This year, design company Lehrmitt Design Studios celebrates their 20th anniversary – and they certainly have a lot to celebrate. The Austin, Texas-based company has been in the business of creating unusual, funky-looking wall coverings for years, but recently they’ve branched out with a whole new product line that will enable them to reach new markets – and likely lots of them.
The artistic minds at Lehrmitt recognize the importance of appealing to multiple senses, and their new Surface Skins line beautifully combines the visual and the tactile. They’ve created an easy way for product designers and manufacturers to add striking textures to their 3D printed products, adding a new and attractive dimension to items.
It’s not the first time the company has ventured into 3D printing; they discovered the technology a while ago when looking for a way to create better samples of their wall coverings to show clients. With Surface Skins, Lehrmitt Design Studios is extending their 3D printing expertise to others – not for samples or prototypes, but for final products.
“Our design team has been deploying leading technologies in product design, manufacturing and packaging for over twenty years,” says Bob Lehrmitt, president and owner of Lehrmitt Design Studios. “We have a deep experience in surface design. For the prototype or hobbyist who is looking to add artisan textures to their 3D-printed objects, we have over 100 artisan designs to choose from.”
How it works: interested clients choose the design they want from the company’s large catalog, which includes textures inspired by botanicals, tribal or abstract designs, stone surfaces and more. The client then sends a CAD file of their product to Lehrmitt Design, which then “wraps” the file in the surface texture file. A textured prototype is printed out and sent to the client for approval; once approved, Lehrmitt Design creates the final product mold, and the client is ready to go.
“Currently, the options for applying mold textures to products molds are limited,” the company points out. “Manufacturers typically invest in a few ‘stock’ designs (brushed, pebbled, etc.) and use the same limited number of designs on the entire product line.”
Hence the appeal of Surface Skins, which make it easy to create the look of metal, wood or even paper and textile with plastic. A “wild things” category offers the texture of lizard or crocodile skin, giving an additional dimension to those crocodile-print sunglasses. A “weaves” category offers the look and texture of cheesecloth, linen, and more. The “wood” collection gives clients the ability to give their plastic products the feel of rough wood or cork. Custom designs can also be created.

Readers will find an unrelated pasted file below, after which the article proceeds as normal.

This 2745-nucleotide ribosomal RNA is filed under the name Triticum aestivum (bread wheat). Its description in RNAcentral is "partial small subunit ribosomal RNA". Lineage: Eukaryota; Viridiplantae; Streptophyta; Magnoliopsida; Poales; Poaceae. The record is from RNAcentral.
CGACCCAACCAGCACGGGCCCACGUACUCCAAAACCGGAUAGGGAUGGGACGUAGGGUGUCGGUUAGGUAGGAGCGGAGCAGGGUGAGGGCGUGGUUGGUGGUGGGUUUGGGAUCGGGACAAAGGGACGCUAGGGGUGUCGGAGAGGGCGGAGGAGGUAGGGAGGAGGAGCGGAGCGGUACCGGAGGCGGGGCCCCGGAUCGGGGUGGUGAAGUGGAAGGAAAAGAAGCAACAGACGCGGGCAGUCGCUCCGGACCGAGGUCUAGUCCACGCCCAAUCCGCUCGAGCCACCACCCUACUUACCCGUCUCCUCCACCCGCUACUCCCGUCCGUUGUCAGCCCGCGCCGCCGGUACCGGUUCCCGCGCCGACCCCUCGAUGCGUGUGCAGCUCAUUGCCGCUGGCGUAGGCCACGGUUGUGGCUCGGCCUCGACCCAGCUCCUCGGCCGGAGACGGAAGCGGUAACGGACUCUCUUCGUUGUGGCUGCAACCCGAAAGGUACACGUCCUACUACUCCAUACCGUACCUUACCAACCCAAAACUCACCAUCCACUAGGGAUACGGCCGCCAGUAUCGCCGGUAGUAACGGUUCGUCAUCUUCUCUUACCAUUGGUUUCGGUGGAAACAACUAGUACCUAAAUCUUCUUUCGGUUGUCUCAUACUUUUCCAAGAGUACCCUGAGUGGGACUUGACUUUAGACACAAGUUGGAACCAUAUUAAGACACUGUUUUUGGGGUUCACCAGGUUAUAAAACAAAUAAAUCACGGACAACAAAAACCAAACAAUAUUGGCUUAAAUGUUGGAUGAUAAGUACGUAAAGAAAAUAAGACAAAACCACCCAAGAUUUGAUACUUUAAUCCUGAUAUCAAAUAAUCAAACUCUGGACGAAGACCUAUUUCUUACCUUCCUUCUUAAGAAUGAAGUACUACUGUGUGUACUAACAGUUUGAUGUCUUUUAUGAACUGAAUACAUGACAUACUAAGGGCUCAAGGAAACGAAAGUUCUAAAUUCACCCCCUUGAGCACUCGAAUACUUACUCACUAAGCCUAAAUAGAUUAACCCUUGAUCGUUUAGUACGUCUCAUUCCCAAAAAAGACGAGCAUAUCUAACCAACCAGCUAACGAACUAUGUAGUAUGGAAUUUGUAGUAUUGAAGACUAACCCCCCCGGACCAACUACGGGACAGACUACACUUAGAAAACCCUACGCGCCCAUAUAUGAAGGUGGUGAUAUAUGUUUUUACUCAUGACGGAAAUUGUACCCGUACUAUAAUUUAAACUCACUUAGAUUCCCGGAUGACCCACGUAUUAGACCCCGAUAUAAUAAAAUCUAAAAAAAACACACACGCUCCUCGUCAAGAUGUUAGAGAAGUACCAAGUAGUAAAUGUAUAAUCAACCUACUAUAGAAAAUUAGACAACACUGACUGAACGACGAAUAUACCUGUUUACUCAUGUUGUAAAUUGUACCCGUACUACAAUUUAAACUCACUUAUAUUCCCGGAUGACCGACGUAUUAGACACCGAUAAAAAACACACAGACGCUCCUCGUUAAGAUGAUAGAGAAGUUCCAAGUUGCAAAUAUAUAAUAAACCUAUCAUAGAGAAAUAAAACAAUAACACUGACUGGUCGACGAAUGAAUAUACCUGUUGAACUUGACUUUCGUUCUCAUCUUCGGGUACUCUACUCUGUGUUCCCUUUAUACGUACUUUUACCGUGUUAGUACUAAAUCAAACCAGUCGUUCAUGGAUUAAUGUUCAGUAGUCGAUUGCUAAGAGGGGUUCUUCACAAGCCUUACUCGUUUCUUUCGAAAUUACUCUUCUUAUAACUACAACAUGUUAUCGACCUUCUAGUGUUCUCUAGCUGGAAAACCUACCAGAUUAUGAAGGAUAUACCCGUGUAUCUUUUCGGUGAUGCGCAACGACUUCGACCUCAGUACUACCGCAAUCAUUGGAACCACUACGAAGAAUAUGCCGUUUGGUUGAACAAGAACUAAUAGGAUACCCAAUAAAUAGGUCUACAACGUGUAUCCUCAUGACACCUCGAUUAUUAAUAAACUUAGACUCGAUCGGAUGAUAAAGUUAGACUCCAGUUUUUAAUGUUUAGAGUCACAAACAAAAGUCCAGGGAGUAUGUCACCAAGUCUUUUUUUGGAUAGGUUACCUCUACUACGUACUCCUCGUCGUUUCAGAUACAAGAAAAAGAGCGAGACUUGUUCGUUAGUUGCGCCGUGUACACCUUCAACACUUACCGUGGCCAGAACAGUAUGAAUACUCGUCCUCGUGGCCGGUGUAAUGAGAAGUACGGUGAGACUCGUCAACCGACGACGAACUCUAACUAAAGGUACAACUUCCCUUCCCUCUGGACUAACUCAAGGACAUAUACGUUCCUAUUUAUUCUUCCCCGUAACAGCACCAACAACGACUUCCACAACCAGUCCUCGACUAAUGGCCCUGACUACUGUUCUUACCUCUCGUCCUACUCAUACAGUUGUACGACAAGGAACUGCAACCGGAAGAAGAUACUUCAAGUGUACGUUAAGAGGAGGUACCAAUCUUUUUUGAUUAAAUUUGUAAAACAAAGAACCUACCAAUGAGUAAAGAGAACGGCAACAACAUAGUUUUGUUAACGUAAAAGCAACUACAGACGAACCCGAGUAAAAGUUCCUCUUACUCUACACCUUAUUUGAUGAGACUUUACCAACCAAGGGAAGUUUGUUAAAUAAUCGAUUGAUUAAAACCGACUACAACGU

Surface Skins are an expansion of a successful idea introduced by Lehrmitt Design Studios last year. Taking advantage of the growing popularity of artisan chocolate that’s almost too beautiful to eat, the company offered a mold-making service to chocolatiers. The service, which is still available, gives clients a couple of options. Clients can create their own designs in Illustrator or Photoshop and send the files to Lehrmitt, which will convert the 2D files to 3D and print the mold, or they can present Lehrmitt with their design ideas, and Lehrmitt will create an artistic design based on the client’s vision.
Based on the success of their chocolate texturing service, it only made sense to expand it to a much broader array of clients and products. Personally, if I’m shopping for a stylish pair of sunglasses or a light switch plate, I’m much more drawn to a product that has a tactile, textured surface rather than just a 2D printed design. It’s more interesting, looks classier, and sets it apart from the mass of other products on display – I expect Surface Skins will quickly generate a lot of interest among product designers from diverse industries.
Pricing is not specified, but Lehrmitt Design Studios states that Surface Skins – of both the plastic and chocolate nature – are very budget-friendly. For more information, you can contact the company here. Discuss further in the 3D Printed Surfaces forum over at 3DPB.com.